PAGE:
President/Researcher for the Thomas Gardner Society, Inc.. My wife is first cousin of Dr. Frank who wrote the two books. Using Dr. Frank's book, the pedigree from Thomas Gardner and Margaret Friar is (numbers are from the book): (1) Thomas, (6) Samuel, (59) Abel, (79) Abel, (129) Simon Stacy, (188) Jonathan, (345) Benjamin Brown, Joseph Dennett, and Waldo Dennett (grandfather).
All but the last are in the 1907 book (the above numbers are bolded in the table that I typed in one night when I had access to both books; essentially, the 1907 book is about Samuel's line due to constraints of the time).
There are many areas that we want to explore. I have started to collect material related to origins and to other areas. However, one effort was to document the pedigree of Frank Augustine Gardner, MD a little further than he had published: this article contains his Gardner ahnentafel with sources.
Work to now, on Dr. Frank's line, was the paternal side. Of late, I have access to his genealogy (handwritten by the good Dr) on his mother's side: 1907 Chart. We can use that to get his full ahnentafel accomplished. So, we would have a documented example.
See our blog for continuing details.
In my role of supporting Gardner Research, I have completed a score of applications for friends and family (as a form of proof). One task would be to go through these and add profiles and/or update where sources may not have been submitted to WikiTree. Another emphasis has always been to fill in information about collateral families. Too, I have run across a lot of colonials who did not have descendants now. I want to have these people noted (say, Joseph Gardner and Ann Downing - she who got Simon Bradstreet to sign a pre-nup - think of that). Actually, there is no end to the work, it seems. I have been at this nine years now and have collected, in my own database, tens of thousands of data points, some of which ought to be on WikiTree (sourced, of course).
In the broader scope, we have the continuing unfolding of the human experience which, of late, has been perturbed greatly by technology. As such, we have to cover areas that seem interminably open, at least, now and then. I use Quora for that and will be tying my work here with what I do there.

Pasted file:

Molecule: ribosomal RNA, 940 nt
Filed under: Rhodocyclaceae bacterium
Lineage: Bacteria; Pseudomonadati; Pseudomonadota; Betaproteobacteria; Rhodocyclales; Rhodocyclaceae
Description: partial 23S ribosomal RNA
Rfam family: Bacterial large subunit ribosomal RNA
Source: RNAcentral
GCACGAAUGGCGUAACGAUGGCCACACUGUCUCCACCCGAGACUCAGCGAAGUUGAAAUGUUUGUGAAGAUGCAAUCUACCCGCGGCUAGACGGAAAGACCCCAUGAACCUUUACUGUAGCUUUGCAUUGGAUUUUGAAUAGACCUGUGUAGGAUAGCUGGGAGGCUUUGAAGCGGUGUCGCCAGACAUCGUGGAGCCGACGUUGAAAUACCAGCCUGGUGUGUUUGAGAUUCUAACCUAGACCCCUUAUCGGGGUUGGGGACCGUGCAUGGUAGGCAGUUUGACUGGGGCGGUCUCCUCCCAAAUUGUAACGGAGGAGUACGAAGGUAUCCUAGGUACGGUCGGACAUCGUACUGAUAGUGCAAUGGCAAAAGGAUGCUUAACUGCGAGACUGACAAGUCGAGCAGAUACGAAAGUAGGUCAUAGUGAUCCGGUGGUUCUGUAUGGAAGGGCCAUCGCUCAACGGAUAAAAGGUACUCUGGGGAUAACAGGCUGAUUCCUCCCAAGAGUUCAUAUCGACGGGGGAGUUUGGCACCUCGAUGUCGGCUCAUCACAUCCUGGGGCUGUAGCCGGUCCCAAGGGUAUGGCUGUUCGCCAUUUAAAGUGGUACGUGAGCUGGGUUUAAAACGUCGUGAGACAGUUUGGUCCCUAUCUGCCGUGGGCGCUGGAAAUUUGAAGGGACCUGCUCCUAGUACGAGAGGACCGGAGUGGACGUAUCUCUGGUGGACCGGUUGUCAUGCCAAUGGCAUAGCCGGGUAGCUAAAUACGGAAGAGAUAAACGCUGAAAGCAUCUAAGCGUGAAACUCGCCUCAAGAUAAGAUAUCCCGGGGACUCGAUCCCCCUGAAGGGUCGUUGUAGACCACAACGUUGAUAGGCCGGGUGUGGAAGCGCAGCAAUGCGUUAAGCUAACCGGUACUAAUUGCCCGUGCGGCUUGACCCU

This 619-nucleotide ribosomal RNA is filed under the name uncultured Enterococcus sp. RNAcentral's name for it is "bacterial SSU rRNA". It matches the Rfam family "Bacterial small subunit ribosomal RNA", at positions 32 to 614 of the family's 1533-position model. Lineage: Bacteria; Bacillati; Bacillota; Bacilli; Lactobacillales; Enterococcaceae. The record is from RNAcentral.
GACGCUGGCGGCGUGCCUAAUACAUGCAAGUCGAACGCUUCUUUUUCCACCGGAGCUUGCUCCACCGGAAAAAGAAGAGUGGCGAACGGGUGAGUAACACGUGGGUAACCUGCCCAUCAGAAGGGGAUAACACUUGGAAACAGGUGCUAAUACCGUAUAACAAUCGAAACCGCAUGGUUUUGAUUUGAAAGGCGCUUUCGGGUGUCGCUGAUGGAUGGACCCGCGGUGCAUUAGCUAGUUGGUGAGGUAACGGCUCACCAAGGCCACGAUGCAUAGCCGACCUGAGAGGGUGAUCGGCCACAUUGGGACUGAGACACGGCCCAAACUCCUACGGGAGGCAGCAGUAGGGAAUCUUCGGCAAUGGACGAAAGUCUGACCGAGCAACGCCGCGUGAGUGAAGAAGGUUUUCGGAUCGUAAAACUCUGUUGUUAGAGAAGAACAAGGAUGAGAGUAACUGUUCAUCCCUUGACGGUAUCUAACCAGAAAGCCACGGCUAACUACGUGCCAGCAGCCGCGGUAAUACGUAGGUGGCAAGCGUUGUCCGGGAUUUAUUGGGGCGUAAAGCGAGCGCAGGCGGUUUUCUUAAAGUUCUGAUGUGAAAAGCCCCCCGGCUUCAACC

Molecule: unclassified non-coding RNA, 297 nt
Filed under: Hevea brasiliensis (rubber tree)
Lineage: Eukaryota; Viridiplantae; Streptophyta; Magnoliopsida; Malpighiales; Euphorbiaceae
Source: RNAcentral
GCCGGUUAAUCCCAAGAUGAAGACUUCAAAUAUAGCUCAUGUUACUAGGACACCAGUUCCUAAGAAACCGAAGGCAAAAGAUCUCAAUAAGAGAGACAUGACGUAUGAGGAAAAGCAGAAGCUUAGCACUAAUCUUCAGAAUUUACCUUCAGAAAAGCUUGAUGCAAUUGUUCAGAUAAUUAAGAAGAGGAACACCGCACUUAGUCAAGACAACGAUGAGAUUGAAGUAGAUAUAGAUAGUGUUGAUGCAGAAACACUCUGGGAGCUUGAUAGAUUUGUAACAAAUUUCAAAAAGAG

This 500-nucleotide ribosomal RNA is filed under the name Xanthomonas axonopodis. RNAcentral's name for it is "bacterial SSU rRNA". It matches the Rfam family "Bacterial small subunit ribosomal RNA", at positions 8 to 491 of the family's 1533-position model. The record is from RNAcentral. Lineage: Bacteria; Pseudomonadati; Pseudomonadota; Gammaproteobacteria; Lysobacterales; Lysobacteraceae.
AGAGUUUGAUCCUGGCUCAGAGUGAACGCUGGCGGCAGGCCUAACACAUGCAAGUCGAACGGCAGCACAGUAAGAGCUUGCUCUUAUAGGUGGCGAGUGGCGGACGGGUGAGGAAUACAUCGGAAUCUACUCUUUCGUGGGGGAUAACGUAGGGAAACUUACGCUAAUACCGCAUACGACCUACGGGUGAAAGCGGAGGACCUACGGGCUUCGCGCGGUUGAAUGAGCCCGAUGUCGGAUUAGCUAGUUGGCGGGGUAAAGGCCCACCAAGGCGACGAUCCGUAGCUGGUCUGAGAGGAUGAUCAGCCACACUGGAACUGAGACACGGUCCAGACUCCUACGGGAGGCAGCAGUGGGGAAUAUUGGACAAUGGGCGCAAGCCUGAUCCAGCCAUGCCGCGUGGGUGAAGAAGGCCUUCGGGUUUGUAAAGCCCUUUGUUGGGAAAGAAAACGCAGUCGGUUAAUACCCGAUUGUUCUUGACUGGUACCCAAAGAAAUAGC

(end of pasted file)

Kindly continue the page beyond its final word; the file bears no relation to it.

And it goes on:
My roll-your-own (dealing with process and software) was a bounce back from ancestrydot. WikiTree has been an amazing find, of late. You see, there is content (what? AI will handle that?), and there is handling (which is the real driver?). These two can meet in the middle, but the hats are very much different. So, I will be bringing things over (of course, well formatted).
The bottom of my Wikipedia page points to FB, Linkedin, and Quora. The Linkedin Profile has a partial resume.
... lots of stuff snipped, for now (essentially, worked in advanced computing and bleeding-edge software ...
Both sides of my tree are arrivals post the U.S. Civil War. Paternally, I come out of the northern area, say that of the Lithuanian-Polish Commonwealth. I have Switlik cousins still in Poland (Warsaw, for one). Maternally, I am out of the western part of Ireland (Roscommon County) where the free people live ;>).
My first touch of looking at genealogy was in 2009. "ancestry," no doubt (soon steered off of there by an expert - now gone). By then, I had it with the leaves and the errors and started over. With? My own thing. It has kept me going til now. But, it only works for me (gads and gads of stuff collected on this and the other side of the pond).
Note: if anyone is interested, I am blogging my runs up against technology (from my viewpoint from decades of work in software - and middleware).
So, what to do? rootsweb can be flaky; others weren't up to snuff. Came into Wikitree about three years ago. Went back to my cave. Came back out. Wow. Wikitree has progressed. Here I am.
Now, I have done dozens of applications (for membership) using my method. I have blogged and published The Gardner Annals as well as Gardner's Beacon.
Wait! Not for me. Newbie. Post U.S.Civil War. Have a Warsaw cousin. We don't know much. Have some idea about them isles that started New England. But, it's more fun to have had a huge tree dumped in my lap. There, needing more work. Where to do it? Well, Wikitree. In the meantime, I will be assessing and writing.